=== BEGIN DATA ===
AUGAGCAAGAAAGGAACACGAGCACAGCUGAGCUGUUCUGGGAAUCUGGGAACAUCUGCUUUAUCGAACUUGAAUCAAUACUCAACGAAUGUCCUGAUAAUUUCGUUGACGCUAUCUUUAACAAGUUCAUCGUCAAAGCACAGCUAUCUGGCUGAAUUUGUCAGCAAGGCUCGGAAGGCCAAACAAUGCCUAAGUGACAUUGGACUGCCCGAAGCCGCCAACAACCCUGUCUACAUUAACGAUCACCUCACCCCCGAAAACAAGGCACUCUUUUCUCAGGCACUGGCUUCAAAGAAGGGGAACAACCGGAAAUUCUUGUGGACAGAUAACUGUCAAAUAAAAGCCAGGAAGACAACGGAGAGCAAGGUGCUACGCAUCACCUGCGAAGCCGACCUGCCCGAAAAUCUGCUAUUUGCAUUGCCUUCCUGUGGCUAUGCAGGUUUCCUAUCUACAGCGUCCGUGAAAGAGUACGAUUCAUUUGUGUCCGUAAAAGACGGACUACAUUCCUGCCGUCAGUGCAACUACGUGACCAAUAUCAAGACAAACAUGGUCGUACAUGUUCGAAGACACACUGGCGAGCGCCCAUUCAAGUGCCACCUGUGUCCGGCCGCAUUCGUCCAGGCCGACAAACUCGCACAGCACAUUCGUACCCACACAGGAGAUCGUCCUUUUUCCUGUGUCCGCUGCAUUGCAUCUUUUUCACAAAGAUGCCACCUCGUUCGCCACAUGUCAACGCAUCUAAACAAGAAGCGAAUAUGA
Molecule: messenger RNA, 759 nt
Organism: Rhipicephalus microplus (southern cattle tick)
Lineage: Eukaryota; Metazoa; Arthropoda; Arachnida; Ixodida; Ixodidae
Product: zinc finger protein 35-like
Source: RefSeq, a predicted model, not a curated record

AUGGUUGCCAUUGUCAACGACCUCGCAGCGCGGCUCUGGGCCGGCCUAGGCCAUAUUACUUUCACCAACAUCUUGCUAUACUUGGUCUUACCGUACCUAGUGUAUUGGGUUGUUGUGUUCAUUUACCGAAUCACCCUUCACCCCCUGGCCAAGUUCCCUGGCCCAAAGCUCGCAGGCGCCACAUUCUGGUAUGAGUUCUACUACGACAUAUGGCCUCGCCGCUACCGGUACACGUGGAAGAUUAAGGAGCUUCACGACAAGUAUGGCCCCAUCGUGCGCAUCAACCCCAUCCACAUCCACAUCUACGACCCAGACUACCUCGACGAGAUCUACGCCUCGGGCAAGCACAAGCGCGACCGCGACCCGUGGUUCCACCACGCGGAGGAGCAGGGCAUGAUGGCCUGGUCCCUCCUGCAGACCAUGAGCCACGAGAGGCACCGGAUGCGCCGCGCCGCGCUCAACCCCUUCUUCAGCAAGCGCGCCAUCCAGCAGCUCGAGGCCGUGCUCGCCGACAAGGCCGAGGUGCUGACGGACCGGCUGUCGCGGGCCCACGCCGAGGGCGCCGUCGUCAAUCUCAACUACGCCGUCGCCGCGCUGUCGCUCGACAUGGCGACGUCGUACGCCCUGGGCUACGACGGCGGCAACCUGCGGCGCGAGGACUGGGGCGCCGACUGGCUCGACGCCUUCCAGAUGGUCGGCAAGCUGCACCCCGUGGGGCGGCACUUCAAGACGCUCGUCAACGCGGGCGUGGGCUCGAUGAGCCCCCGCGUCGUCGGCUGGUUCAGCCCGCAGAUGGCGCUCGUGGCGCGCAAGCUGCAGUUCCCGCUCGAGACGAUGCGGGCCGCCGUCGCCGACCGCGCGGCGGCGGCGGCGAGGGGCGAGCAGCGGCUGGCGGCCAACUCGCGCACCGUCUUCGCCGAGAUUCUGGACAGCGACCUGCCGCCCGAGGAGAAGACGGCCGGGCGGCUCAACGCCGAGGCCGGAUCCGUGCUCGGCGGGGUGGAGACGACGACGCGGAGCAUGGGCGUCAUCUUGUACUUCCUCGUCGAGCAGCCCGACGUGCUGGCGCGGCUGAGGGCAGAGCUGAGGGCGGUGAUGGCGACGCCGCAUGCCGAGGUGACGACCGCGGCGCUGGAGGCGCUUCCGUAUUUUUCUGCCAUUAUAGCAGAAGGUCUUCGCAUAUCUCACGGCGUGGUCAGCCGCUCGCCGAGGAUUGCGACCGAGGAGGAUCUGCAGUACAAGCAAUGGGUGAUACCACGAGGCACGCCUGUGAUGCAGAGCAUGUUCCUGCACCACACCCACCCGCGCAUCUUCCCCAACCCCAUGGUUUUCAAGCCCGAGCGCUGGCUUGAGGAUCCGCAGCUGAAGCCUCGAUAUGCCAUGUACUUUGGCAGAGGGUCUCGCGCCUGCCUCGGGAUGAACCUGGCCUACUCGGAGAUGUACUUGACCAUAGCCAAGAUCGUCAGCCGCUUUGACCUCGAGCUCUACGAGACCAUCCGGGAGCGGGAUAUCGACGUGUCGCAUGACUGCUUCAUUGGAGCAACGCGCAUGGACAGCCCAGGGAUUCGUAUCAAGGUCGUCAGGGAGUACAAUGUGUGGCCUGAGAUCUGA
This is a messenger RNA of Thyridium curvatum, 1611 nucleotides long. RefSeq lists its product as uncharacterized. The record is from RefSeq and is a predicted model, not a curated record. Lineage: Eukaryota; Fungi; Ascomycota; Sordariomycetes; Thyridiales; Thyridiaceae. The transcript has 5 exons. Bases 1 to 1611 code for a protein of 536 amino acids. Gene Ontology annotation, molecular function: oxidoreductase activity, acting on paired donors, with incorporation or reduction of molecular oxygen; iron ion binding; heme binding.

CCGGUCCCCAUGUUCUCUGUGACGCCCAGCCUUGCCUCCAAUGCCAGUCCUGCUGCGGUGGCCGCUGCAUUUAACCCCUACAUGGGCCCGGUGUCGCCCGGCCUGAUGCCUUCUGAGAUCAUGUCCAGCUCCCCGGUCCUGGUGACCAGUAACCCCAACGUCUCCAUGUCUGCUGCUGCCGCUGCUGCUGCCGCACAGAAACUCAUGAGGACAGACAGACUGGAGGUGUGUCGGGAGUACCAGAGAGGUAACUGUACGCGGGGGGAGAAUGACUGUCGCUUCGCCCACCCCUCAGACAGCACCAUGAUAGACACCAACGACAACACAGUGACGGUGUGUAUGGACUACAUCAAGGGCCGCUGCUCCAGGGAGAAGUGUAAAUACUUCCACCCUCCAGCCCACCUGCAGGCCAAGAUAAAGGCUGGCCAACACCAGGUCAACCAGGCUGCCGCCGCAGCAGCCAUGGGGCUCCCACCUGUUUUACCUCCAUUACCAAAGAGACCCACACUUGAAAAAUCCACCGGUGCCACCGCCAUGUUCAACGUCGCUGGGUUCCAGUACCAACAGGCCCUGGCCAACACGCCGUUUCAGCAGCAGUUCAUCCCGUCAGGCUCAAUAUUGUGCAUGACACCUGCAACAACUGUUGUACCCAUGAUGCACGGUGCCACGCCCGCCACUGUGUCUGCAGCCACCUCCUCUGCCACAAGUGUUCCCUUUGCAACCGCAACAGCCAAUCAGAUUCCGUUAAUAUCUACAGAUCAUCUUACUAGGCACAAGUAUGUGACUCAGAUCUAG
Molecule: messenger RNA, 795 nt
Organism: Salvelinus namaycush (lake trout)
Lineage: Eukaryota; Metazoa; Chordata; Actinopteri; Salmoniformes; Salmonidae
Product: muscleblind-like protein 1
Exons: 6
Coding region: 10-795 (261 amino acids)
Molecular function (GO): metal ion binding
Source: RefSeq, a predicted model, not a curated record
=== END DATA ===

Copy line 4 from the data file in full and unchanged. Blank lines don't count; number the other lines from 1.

Lineage: Eukaryota; Metazoa; Arthropoda; Arachnida; Ixodida; Ixodidae